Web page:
I've communicated further with Agustin Chicarro about the Mars Express flyby of Phobos today. It seems Mars Express does not communicate with Earth again until Friday, meaning that the images likely will not be released until at least Monday.
Also, I just received the following message from Tom Duxbury containing lots more details on today's flyby.
"The Mars Express spacecraft, about 1 hour and 12 minutes after its closest flyby (pericentre passage) of Mars on orbit #5851 at 04:46:23 Jul 2008 GMT, flew within 90 kilometersof the surface of Phobos. This distance was matched by the US Viking Oribiter 1 in 1977 and the Soviet Phobos 88 orbiter in 1989. However, the Mars Express Orbiter will return images with 5 times the spatial resolution of Viking while the Phobos 88 orbiter was lost during its descent to the surface of Phobos and its images taken at this distance were never recovered.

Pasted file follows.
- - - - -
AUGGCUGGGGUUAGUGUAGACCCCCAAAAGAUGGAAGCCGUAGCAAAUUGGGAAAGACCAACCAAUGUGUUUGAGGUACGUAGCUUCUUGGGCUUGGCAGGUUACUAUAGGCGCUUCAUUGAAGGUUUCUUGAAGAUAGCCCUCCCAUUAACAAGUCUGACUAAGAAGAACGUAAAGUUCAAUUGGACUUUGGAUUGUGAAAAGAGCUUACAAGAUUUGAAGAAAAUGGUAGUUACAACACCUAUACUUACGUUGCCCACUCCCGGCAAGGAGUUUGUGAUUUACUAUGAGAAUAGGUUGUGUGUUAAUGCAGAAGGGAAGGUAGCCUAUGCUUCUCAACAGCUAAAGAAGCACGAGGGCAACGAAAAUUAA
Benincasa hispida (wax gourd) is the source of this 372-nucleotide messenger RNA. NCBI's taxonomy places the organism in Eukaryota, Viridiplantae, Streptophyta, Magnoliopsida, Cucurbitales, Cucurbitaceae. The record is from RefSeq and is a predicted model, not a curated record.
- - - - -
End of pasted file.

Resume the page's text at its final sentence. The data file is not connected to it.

"The high resolution, color, and stereo images will have a spatial resolution as good as 5 meters per pixel while the super-resolution channel will have a spatial resolution as good as 1 meter / pixel." In practice, the super-resolution channel has a serious blur, so although its resolution is somewhat better than the high-resolution camera, it's not 5 times better. "The close flybys are expected to yield a mass and density of Phobos accurate to 1%, and the radar sounding may shed light on the origin of Phobos by possibly determining if Phobos is a loose accretion of Mars material or a solid chunk of an asteroid. The surface will also be observed in multispectral visual and infrared wavelengths to determine the uppermost surface composition. The dust and plasma environment will be sampled."
Thanks, Tom, for that information!